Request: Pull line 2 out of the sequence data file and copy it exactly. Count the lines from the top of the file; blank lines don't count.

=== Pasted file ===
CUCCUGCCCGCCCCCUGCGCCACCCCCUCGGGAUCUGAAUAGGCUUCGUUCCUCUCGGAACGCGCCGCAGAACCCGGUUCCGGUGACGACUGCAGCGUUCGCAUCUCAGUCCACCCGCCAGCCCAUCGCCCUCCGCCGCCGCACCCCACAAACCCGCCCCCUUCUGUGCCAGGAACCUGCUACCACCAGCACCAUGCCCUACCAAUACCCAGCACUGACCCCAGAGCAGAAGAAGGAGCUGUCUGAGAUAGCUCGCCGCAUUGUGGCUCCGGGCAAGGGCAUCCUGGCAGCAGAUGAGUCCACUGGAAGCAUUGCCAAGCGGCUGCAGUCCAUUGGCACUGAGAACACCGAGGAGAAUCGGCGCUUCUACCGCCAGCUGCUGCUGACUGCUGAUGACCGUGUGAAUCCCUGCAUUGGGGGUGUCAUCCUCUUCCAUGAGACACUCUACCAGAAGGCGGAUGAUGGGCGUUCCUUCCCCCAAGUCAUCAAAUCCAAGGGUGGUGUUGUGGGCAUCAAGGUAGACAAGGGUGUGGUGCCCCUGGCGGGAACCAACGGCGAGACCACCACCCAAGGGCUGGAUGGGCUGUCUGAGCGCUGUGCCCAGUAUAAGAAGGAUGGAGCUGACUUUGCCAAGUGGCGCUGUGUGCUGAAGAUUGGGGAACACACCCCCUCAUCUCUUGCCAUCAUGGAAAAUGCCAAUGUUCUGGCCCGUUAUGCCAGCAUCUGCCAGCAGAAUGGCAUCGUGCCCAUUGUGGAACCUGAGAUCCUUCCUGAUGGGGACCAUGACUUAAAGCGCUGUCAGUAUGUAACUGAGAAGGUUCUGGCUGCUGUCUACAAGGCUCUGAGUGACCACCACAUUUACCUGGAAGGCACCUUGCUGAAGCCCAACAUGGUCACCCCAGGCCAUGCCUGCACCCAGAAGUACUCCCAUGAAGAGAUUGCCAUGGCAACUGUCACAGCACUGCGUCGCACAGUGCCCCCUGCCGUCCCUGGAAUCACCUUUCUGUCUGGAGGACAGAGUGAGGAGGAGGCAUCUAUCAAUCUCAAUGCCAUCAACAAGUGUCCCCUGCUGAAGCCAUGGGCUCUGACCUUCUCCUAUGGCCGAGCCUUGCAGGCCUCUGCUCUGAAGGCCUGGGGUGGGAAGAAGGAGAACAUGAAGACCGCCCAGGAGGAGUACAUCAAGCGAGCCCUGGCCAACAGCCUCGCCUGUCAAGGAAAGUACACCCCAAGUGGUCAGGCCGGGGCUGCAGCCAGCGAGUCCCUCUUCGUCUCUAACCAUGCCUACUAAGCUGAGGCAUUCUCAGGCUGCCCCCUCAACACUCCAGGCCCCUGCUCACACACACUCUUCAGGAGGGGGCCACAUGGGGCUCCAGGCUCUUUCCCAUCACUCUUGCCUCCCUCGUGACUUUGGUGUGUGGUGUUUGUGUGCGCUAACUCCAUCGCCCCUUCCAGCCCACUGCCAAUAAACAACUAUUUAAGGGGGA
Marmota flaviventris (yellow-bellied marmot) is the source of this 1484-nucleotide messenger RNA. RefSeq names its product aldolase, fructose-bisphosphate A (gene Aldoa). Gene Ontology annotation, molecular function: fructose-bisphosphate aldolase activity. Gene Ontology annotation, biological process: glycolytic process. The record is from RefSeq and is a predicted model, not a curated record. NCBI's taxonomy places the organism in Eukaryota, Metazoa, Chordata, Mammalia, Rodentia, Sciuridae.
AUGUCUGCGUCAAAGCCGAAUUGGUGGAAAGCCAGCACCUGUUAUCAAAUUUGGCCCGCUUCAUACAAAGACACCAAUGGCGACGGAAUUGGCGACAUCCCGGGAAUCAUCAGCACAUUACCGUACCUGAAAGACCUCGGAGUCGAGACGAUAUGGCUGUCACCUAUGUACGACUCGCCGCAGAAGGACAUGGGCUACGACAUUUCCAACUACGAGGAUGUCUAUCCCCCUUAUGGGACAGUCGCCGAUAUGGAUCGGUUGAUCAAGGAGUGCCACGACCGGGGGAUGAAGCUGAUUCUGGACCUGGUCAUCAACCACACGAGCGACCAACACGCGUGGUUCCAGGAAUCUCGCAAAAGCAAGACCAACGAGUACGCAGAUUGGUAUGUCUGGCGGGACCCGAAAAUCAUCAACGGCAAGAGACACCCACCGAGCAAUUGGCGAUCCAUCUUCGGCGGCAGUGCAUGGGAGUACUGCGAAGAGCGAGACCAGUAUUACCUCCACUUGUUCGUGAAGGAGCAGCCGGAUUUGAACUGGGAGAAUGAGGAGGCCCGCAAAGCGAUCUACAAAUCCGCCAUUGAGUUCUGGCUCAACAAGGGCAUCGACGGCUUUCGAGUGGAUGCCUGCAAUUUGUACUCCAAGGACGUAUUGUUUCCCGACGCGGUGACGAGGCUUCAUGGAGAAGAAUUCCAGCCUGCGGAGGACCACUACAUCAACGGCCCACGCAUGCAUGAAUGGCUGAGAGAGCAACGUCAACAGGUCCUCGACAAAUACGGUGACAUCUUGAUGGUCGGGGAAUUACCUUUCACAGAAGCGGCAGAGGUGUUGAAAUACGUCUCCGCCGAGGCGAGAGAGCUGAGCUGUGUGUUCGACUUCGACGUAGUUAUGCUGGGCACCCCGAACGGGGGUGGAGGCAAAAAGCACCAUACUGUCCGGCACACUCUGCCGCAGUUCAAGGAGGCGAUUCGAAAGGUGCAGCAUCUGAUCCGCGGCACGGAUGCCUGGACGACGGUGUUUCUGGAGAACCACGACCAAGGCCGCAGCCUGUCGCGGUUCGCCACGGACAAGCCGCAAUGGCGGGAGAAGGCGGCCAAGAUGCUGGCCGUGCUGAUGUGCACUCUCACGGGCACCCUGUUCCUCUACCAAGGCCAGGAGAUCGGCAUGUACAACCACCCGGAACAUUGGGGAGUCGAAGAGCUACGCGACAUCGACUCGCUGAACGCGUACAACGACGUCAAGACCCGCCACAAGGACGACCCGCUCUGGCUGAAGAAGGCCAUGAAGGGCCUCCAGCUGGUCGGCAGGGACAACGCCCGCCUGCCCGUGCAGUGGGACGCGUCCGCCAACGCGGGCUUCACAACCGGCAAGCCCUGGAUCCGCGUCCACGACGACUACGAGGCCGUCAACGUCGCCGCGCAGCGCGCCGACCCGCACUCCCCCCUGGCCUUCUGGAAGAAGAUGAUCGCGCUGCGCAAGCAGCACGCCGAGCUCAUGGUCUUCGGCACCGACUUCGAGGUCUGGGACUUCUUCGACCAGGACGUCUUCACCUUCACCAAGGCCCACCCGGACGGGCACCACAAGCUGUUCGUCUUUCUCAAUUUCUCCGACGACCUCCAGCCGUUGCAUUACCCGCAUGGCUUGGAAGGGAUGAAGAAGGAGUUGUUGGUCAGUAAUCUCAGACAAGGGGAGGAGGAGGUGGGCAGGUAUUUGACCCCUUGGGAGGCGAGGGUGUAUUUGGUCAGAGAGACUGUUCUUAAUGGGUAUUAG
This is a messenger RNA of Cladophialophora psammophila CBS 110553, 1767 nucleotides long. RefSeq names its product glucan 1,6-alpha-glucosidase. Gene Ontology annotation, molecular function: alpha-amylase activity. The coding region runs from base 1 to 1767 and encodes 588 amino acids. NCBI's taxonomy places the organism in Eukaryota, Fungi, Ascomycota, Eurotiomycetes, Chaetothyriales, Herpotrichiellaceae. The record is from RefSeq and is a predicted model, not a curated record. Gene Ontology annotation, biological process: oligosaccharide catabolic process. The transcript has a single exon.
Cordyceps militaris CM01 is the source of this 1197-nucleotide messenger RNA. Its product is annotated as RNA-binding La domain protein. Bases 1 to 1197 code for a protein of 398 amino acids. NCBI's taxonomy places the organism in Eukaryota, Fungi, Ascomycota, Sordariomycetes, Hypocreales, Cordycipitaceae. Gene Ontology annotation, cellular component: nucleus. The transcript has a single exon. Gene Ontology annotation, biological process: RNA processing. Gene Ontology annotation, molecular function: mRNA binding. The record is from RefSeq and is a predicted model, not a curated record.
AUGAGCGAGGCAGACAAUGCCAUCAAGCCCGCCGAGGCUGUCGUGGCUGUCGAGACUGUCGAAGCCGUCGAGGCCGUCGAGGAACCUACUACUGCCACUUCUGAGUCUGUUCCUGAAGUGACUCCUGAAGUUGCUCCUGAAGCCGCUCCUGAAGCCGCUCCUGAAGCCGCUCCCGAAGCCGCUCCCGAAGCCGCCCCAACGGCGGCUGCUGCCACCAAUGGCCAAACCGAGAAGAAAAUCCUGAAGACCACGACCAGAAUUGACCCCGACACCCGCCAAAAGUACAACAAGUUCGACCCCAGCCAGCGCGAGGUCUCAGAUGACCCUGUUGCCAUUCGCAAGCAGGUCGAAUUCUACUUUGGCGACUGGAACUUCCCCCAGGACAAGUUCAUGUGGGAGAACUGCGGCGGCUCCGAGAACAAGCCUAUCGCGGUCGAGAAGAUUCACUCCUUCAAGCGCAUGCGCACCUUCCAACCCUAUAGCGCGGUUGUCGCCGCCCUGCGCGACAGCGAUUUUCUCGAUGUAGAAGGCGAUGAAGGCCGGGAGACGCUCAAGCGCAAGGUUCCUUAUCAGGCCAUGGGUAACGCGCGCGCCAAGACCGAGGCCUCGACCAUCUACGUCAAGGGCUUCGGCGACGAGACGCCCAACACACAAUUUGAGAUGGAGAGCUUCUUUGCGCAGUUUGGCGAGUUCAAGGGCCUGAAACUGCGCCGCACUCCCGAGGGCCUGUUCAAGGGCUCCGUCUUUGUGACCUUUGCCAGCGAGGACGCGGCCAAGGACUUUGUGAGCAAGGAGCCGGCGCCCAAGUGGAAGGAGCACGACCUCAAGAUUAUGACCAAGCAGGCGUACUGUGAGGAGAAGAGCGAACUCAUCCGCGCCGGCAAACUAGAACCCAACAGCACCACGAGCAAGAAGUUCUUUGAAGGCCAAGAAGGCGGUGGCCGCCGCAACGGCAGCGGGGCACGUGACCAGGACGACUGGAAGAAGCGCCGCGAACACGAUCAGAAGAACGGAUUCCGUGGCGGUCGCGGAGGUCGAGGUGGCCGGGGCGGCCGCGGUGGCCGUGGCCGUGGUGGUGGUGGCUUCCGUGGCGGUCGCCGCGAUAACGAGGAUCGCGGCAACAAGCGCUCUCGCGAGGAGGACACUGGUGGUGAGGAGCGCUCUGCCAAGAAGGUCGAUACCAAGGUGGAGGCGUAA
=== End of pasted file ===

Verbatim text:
Marmota flaviventris (yellow-bellied marmot) is the source of this 1484-nucleotide messenger RNA. RefSeq names its product aldolase, fructose-bisphosphate A (gene Aldoa). Gene Ontology annotation, molecular function: fructose-bisphosphate aldolase activity. Gene Ontology annotation, biological process: glycolytic process. The record is from RefSeq and is a predicted model, not a curated record. NCBI's taxonomy places the organism in Eukaryota, Metazoa, Chordata, Mammalia, Rodentia, Sciuridae.